Tag: colonialism

On the social nature of toilet paper

You would be forgiven for thinking that the first thing bought in a global crisis would be tinned, dried, and frozen foods; clean water; and medicines—things that enable the survival of you and your kin. Yet, when the number of COVID-19 cases in Australia hit 100 on March 10, 2020, it was the toilet paper aisles of supermarkets that were empty. Through what became the subject of memes depicting Australians sheltering from the ensuing pandemic wrapped only in toilet paper, and of men wearing lavish adornments of toilet paper rolls, daily bodily habits had hit center stage. (read more...)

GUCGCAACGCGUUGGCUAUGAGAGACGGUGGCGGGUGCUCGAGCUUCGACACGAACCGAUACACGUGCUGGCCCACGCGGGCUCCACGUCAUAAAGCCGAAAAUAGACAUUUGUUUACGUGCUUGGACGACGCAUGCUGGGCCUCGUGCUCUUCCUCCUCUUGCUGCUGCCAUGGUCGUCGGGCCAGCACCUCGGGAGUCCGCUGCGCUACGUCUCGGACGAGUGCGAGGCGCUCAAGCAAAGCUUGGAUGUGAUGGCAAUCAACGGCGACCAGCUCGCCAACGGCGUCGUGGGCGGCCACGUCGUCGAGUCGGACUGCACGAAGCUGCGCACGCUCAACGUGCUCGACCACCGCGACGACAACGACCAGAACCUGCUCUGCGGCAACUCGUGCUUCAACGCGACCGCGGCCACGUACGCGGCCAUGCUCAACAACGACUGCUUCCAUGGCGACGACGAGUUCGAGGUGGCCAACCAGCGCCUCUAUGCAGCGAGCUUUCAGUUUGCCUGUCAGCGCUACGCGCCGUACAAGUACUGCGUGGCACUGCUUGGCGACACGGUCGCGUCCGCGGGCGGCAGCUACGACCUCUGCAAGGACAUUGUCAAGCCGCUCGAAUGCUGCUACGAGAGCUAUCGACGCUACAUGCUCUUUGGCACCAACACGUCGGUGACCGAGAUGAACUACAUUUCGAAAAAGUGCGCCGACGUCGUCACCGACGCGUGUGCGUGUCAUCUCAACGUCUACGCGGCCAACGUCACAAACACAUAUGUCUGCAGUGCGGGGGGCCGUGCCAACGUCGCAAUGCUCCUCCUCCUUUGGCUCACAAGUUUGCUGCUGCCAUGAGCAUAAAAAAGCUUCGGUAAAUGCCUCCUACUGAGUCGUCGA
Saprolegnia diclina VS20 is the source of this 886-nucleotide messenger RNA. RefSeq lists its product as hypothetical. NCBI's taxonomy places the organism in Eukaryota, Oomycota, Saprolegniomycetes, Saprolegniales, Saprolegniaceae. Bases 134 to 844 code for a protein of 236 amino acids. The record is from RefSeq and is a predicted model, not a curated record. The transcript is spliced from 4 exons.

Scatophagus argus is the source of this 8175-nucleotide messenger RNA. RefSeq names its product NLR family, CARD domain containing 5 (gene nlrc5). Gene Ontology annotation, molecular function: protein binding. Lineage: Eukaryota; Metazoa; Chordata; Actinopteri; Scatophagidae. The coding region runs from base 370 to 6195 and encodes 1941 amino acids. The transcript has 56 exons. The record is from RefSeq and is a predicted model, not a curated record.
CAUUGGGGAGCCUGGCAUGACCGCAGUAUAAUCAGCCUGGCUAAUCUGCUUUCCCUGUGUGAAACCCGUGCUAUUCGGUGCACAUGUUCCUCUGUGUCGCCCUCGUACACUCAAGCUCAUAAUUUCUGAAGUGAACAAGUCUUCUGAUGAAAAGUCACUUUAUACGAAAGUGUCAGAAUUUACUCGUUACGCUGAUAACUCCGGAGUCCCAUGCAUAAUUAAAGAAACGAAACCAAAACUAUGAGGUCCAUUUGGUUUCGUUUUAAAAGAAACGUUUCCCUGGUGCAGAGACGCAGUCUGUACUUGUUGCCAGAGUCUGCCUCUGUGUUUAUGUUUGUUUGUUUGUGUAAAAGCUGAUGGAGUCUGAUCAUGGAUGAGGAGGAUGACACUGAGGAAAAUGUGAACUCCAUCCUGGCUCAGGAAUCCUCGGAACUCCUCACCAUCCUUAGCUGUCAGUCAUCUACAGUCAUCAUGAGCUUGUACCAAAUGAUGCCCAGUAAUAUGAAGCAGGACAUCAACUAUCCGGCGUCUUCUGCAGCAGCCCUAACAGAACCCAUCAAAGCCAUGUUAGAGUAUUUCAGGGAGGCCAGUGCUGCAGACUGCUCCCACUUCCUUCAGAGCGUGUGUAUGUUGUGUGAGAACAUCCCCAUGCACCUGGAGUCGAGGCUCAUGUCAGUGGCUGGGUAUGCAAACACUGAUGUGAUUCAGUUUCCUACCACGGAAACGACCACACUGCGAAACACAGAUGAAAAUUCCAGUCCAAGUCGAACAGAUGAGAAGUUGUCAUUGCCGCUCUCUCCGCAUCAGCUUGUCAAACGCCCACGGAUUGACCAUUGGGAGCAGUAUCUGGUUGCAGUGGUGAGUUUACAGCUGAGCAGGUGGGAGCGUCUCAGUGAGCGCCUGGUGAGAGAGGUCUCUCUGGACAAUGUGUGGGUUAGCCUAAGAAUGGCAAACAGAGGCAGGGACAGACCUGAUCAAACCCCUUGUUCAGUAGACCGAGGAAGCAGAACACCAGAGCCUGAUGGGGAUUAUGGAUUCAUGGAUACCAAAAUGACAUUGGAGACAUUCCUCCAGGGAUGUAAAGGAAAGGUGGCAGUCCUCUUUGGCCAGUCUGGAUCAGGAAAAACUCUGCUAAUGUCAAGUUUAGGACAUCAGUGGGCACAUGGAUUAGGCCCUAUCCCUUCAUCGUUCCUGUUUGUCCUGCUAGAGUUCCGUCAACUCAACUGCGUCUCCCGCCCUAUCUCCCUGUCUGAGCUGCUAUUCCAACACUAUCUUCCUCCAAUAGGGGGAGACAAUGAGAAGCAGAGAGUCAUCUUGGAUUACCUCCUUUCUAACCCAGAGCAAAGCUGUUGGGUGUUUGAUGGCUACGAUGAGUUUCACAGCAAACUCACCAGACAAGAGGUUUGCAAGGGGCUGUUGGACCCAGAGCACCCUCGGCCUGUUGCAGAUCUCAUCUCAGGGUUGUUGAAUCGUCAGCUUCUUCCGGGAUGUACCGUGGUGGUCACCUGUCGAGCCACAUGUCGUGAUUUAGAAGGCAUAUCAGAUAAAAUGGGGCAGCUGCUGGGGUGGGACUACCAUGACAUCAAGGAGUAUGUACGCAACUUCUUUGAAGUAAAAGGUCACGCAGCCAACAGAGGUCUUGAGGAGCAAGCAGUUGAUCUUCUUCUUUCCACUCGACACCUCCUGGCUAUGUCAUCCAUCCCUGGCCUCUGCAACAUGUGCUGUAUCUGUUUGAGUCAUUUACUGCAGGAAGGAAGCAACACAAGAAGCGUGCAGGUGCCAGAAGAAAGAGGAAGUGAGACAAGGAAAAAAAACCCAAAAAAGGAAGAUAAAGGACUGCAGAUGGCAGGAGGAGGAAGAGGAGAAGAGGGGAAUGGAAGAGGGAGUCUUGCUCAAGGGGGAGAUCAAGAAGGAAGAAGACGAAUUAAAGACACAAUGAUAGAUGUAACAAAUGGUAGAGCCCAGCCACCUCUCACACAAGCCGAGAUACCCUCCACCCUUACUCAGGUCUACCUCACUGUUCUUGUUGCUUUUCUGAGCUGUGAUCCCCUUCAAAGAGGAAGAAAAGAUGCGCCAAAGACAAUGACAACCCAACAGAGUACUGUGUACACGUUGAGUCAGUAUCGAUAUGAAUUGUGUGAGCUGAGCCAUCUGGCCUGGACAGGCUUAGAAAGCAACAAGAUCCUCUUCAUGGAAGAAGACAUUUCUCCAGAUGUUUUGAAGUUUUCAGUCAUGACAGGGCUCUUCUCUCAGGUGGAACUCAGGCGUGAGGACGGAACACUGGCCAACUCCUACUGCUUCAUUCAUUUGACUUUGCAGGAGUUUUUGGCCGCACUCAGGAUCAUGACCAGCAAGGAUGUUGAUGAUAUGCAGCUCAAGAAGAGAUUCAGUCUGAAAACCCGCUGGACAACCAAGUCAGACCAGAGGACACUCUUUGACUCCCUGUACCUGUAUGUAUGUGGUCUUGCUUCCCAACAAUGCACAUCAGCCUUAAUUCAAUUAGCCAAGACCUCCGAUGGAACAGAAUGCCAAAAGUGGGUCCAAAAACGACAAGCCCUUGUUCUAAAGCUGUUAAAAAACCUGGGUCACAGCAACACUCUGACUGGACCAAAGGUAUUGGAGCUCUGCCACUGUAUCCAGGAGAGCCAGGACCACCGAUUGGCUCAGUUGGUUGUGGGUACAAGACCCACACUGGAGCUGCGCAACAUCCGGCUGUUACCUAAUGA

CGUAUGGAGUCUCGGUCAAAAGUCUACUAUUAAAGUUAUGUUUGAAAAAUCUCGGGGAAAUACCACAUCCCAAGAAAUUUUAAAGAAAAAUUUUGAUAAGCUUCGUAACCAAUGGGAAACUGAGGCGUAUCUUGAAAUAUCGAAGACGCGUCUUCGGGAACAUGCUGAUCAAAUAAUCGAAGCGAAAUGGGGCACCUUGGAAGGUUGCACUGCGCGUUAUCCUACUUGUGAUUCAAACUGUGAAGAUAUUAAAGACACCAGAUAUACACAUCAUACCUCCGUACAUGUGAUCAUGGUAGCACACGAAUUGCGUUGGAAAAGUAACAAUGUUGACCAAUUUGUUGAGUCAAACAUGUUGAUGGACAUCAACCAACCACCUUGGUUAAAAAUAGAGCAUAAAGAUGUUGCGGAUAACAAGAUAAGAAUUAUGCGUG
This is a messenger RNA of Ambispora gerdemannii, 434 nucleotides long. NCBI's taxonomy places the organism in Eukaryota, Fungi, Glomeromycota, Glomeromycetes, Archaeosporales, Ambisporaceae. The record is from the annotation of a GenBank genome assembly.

Producing the Anthropocene, Producing the Future/Water Futures